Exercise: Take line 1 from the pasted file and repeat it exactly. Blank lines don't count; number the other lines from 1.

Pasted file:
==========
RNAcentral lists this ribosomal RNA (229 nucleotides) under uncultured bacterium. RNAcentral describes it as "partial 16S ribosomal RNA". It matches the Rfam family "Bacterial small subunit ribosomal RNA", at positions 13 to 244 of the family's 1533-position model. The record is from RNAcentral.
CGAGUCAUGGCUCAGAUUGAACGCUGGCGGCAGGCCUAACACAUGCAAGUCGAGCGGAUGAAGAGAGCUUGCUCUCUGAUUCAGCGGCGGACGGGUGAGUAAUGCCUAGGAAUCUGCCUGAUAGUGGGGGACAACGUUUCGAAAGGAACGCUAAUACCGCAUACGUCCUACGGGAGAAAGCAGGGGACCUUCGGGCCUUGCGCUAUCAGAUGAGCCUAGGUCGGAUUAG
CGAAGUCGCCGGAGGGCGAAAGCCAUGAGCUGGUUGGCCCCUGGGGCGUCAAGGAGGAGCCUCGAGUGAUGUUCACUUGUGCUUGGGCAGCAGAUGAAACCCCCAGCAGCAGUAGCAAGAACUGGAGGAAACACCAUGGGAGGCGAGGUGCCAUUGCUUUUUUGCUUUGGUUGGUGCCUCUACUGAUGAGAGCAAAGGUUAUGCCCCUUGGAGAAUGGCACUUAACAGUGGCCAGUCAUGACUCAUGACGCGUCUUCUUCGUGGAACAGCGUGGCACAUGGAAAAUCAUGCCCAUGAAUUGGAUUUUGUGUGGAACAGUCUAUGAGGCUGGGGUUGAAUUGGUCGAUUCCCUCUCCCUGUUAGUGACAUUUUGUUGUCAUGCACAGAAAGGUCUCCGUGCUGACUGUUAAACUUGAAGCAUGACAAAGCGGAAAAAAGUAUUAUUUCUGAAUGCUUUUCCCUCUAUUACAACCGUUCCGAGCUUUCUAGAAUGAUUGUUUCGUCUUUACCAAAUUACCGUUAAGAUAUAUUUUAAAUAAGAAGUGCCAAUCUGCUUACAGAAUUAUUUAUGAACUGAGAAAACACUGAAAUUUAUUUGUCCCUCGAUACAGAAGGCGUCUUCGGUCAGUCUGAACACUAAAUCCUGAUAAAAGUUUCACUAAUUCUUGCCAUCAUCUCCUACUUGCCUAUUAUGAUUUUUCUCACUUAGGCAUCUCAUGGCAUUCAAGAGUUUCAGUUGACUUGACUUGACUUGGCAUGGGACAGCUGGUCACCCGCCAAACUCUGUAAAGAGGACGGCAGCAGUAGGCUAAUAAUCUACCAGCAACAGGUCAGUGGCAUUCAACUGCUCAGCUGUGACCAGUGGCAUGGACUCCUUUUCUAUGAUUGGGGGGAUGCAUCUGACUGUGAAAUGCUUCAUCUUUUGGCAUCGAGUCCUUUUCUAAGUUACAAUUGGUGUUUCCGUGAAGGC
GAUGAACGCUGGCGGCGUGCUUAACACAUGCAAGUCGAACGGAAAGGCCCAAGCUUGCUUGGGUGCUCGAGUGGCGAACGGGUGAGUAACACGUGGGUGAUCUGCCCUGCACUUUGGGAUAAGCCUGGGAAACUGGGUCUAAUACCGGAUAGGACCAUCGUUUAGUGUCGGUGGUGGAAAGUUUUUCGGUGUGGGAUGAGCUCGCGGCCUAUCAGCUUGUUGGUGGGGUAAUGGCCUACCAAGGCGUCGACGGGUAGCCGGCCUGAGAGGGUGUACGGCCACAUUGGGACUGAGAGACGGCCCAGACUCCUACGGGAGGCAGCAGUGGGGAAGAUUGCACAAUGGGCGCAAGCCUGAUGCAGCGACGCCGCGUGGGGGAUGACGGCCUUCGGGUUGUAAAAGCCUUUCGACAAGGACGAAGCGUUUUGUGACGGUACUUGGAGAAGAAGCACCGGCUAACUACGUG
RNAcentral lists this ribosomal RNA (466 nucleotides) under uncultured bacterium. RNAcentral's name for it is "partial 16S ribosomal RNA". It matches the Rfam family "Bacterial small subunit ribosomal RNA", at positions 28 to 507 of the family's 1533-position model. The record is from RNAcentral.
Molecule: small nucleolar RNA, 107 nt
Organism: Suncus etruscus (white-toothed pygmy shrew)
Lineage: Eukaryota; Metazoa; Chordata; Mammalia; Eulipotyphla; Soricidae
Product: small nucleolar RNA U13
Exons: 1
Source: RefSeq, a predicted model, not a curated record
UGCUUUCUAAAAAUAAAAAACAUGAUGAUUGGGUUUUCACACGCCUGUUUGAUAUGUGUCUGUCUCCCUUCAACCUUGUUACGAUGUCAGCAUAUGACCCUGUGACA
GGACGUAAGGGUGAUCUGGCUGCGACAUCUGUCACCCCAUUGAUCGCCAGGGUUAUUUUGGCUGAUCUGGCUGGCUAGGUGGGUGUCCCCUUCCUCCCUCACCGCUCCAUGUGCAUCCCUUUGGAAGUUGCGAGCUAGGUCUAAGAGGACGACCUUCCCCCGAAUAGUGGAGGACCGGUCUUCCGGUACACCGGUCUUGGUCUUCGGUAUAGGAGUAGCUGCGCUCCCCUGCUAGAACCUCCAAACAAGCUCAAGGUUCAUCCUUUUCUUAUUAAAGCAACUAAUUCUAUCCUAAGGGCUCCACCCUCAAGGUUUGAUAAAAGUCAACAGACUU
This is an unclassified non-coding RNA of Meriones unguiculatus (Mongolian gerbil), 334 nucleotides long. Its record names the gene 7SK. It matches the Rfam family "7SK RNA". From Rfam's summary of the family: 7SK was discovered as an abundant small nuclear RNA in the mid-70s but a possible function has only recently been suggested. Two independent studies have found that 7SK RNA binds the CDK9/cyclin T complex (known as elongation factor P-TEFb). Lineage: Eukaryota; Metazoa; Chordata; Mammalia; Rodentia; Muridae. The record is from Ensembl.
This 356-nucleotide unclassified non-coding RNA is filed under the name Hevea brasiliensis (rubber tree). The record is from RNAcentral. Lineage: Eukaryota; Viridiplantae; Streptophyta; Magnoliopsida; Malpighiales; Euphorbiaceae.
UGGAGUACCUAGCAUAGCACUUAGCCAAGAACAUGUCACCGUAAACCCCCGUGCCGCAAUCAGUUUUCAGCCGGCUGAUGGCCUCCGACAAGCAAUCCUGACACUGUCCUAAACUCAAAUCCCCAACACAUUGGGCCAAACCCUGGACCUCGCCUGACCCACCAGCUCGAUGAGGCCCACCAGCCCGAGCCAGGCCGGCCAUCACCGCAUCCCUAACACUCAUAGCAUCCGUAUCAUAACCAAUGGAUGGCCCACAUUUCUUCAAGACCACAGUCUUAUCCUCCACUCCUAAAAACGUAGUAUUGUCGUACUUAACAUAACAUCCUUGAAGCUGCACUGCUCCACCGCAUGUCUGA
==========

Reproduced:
RNAcentral lists this ribosomal RNA (229 nucleotides) under uncultured bacterium. RNAcentral describes it as "partial 16S ribosomal RNA". It matches the Rfam family "Bacterial small subunit ribosomal RNA", at positions 13 to 244 of the family's 1533-position model. The record is from RNAcentral.